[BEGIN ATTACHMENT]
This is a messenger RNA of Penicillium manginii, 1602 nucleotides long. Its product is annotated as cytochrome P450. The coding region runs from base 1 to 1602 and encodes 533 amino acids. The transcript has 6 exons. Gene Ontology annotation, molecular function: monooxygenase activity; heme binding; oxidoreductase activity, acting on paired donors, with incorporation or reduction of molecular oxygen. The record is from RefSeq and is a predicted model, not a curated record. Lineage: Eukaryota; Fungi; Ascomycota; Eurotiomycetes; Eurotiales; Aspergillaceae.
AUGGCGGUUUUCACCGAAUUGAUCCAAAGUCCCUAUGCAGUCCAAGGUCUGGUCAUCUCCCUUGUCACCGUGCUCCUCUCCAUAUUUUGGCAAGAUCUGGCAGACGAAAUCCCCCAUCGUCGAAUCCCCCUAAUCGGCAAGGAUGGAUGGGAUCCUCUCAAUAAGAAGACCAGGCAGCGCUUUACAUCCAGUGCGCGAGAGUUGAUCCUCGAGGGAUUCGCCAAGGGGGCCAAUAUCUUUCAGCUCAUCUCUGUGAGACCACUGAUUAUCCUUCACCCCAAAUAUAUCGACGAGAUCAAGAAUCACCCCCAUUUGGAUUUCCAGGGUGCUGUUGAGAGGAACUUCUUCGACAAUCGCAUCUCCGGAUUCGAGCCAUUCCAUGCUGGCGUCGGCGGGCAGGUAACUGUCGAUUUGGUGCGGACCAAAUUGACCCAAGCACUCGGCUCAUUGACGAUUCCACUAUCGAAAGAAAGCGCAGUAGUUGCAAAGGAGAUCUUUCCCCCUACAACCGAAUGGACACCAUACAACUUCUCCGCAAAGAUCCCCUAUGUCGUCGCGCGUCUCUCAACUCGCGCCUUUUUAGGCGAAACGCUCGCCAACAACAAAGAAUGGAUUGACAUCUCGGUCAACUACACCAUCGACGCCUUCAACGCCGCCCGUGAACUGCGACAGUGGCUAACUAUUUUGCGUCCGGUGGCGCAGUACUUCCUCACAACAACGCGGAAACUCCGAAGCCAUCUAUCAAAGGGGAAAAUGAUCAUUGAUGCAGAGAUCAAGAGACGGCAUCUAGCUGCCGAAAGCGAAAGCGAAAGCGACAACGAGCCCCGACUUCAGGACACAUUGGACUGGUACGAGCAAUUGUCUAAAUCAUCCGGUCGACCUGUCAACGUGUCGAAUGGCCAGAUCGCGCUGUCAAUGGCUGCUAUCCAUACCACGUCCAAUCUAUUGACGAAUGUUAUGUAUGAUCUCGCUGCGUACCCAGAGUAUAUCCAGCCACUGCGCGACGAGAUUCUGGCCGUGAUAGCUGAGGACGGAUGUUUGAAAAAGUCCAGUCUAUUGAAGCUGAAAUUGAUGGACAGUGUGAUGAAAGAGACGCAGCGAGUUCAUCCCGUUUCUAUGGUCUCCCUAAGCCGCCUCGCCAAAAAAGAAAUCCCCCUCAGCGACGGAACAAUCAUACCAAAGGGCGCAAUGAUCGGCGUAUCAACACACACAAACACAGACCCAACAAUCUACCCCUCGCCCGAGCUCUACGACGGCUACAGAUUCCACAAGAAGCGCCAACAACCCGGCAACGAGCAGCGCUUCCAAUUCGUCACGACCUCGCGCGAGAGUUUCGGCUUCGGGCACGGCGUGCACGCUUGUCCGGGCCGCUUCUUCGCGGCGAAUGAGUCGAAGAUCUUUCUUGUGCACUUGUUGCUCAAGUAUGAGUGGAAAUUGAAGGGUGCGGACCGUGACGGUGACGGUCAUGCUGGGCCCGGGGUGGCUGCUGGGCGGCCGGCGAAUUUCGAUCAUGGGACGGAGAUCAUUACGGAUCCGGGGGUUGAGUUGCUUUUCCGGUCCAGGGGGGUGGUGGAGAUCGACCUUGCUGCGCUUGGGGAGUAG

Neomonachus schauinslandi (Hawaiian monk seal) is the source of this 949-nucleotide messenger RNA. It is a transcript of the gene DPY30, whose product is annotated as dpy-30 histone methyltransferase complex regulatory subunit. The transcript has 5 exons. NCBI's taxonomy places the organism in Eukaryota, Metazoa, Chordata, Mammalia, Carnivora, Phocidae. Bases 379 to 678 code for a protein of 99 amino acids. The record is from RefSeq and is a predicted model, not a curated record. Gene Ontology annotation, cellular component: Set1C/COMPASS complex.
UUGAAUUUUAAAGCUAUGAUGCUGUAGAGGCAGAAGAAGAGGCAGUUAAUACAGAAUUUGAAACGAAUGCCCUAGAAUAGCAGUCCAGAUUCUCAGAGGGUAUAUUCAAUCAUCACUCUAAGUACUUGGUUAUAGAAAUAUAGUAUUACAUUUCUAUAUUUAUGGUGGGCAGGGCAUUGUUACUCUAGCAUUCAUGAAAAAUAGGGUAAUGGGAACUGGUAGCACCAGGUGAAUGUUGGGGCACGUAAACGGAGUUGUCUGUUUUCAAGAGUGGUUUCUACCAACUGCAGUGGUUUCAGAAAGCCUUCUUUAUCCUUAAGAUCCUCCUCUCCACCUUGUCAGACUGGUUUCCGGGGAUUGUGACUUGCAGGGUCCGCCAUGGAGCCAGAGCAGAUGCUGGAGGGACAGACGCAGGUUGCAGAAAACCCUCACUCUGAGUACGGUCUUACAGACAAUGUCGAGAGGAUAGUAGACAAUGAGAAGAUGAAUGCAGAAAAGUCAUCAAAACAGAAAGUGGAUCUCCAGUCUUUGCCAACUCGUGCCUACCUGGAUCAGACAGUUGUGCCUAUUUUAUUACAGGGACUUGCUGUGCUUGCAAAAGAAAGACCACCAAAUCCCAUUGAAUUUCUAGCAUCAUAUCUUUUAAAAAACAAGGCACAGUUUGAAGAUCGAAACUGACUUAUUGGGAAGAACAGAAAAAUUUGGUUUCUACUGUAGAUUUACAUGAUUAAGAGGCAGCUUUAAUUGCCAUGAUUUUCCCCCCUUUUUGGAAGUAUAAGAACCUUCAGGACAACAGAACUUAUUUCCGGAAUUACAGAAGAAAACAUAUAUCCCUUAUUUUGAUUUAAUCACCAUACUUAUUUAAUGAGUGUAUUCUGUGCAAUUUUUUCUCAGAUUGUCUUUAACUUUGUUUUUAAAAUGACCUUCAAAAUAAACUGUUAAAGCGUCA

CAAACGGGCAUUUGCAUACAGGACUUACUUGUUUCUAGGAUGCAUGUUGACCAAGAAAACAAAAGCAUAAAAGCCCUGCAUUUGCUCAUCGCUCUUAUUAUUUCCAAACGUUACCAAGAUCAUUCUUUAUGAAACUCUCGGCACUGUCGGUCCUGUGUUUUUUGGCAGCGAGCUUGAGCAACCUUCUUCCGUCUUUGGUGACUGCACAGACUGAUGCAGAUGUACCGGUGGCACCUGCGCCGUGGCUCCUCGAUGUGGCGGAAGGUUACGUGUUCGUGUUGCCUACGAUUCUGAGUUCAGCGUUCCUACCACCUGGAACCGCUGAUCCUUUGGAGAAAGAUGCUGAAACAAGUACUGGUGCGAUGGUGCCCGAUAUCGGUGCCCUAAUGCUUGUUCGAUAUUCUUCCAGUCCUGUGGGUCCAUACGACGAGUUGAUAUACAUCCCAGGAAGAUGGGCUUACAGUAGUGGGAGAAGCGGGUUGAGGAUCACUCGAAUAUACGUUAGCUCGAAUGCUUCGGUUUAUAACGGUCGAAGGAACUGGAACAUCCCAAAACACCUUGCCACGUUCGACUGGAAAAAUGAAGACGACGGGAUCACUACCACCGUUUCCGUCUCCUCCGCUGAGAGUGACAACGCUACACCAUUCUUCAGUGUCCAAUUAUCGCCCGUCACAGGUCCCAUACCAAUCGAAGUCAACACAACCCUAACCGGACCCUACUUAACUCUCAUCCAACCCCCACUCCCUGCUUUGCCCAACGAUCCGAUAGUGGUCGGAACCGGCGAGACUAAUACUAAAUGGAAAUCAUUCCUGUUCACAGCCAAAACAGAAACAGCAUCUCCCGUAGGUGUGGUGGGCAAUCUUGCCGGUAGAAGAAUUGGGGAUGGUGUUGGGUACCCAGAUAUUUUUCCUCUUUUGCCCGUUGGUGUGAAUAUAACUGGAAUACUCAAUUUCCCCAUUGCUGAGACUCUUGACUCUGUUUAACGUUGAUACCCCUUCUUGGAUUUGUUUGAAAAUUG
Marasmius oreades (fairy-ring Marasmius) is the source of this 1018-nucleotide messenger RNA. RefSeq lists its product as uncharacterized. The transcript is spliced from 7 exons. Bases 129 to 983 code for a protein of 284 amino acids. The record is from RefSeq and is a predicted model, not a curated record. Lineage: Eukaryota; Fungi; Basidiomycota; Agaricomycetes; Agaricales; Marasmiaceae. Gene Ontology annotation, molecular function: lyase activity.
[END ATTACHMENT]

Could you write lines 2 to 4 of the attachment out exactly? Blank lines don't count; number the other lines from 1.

AUGGCGGUUUUCACCGAAUUGAUCCAAAGUCCCUAUGCAGUCCAAGGUCUGGUCAUCUCCCUUGUCACCGUGCUCCUCUCCAUAUUUUGGCAAGAUCUGGCAGACGAAAUCCCCCAUCGUCGAAUCCCCCUAAUCGGCAAGGAUGGAUGGGAUCCUCUCAAUAAGAAGACCAGGCAGCGCUUUACAUCCAGUGCGCGAGAGUUGAUCCUCGAGGGAUUCGCCAAGGGGGCCAAUAUCUUUCAGCUCAUCUCUGUGAGACCACUGAUUAUCCUUCACCCCAAAUAUAUCGACGAGAUCAAGAAUCACCCCCAUUUGGAUUUCCAGGGUGCUGUUGAGAGGAACUUCUUCGACAAUCGCAUCUCCGGAUUCGAGCCAUUCCAUGCUGGCGUCGGCGGGCAGGUAACUGUCGAUUUGGUGCGGACCAAAUUGACCCAAGCACUCGGCUCAUUGACGAUUCCACUAUCGAAAGAAAGCGCAGUAGUUGCAAAGGAGAUCUUUCCCCCUACAACCGAAUGGACACCAUACAACUUCUCCGCAAAGAUCCCCUAUGUCGUCGCGCGUCUCUCAACUCGCGCCUUUUUAGGCGAAACGCUCGCCAACAACAAAGAAUGGAUUGACAUCUCGGUCAACUACACCAUCGACGCCUUCAACGCCGCCCGUGAACUGCGACAGUGGCUAACUAUUUUGCGUCCGGUGGCGCAGUACUUCCUCACAACAACGCGGAAACUCCGAAGCCAUCUAUCAAAGGGGAAAAUGAUCAUUGAUGCAGAGAUCAAGAGACGGCAUCUAGCUGCCGAAAGCGAAAGCGAAAGCGACAACGAGCCCCGACUUCAGGACACAUUGGACUGGUACGAGCAAUUGUCUAAAUCAUCCGGUCGACCUGUCAACGUGUCGAAUGGCCAGAUCGCGCUGUCAAUGGCUGCUAUCCAUACCACGUCCAAUCUAUUGACGAAUGUUAUGUAUGAUCUCGCUGCGUACCCAGAGUAUAUCCAGCCACUGCGCGACGAGAUUCUGGCCGUGAUAGCUGAGGACGGAUGUUUGAAAAAGUCCAGUCUAUUGAAGCUGAAAUUGAUGGACAGUGUGAUGAAAGAGACGCAGCGAGUUCAUCCCGUUUCUAUGGUCUCCCUAAGCCGCCUCGCCAAAAAAGAAAUCCCCCUCAGCGACGGAACAAUCAUACCAAAGGGCGCAAUGAUCGGCGUAUCAACACACACAAACACAGACCCAACAAUCUACCCCUCGCCCGAGCUCUACGACGGCUACAGAUUCCACAAGAAGCGCCAACAACCCGGCAACGAGCAGCGCUUCCAAUUCGUCACGACCUCGCGCGAGAGUUUCGGCUUCGGGCACGGCGUGCACGCUUGUCCGGGCCGCUUCUUCGCGGCGAAUGAGUCGAAGAUCUUUCUUGUGCACUUGUUGCUCAAGUAUGAGUGGAAAUUGAAGGGUGCGGACCGUGACGGUGACGGUCAUGCUGGGCCCGGGGUGGCUGCUGGGCGGCCGGCGAAUUUCGAUCAUGGGACGGAGAUCAUUACGGAUCCGGGGGUUGAGUUGCUUUUCCGGUCCAGGGGGGUGGUGGAGAUCGACCUUGCUGCGCUUGGGGAGUAG

Neomonachus schauinslandi (Hawaiian monk seal) is the source of this 949-nucleotide messenger RNA. It is a transcript of the gene DPY30, whose product is annotated as dpy-30 histone methyltransferase complex regulatory subunit. The transcript has 5 exons. NCBI's taxonomy places the organism in Eukaryota, Metazoa, Chordata, Mammalia, Carnivora, Phocidae. Bases 379 to 678 code for a protein of 99 amino acids. The record is from RefSeq and is a predicted model, not a curated record. Gene Ontology annotation, cellular component: Set1C/COMPASS complex.
UUGAAUUUUAAAGCUAUGAUGCUGUAGAGGCAGAAGAAGAGGCAGUUAAUACAGAAUUUGAAACGAAUGCCCUAGAAUAGCAGUCCAGAUUCUCAGAGGGUAUAUUCAAUCAUCACUCUAAGUACUUGGUUAUAGAAAUAUAGUAUUACAUUUCUAUAUUUAUGGUGGGCAGGGCAUUGUUACUCUAGCAUUCAUGAAAAAUAGGGUAAUGGGAACUGGUAGCACCAGGUGAAUGUUGGGGCACGUAAACGGAGUUGUCUGUUUUCAAGAGUGGUUUCUACCAACUGCAGUGGUUUCAGAAAGCCUUCUUUAUCCUUAAGAUCCUCCUCUCCACCUUGUCAGACUGGUUUCCGGGGAUUGUGACUUGCAGGGUCCGCCAUGGAGCCAGAGCAGAUGCUGGAGGGACAGACGCAGGUUGCAGAAAACCCUCACUCUGAGUACGGUCUUACAGACAAUGUCGAGAGGAUAGUAGACAAUGAGAAGAUGAAUGCAGAAAAGUCAUCAAAACAGAAAGUGGAUCUCCAGUCUUUGCCAACUCGUGCCUACCUGGAUCAGACAGUUGUGCCUAUUUUAUUACAGGGACUUGCUGUGCUUGCAAAAGAAAGACCACCAAAUCCCAUUGAAUUUCUAGCAUCAUAUCUUUUAAAAAACAAGGCACAGUUUGAAGAUCGAAACUGACUUAUUGGGAAGAACAGAAAAAUUUGGUUUCUACUGUAGAUUUACAUGAUUAAGAGGCAGCUUUAAUUGCCAUGAUUUUCCCCCCUUUUUGGAAGUAUAAGAACCUUCAGGACAACAGAACUUAUUUCCGGAAUUACAGAAGAAAACAUAUAUCCCUUAUUUUGAUUUAAUCACCAUACUUAUUUAAUGAGUGUAUUCUGUGCAAUUUUUUCUCAGAUUGUCUUUAACUUUGUUUUUAAAAUGACCUUCAAAAUAAACUGUUAAAGCGUCA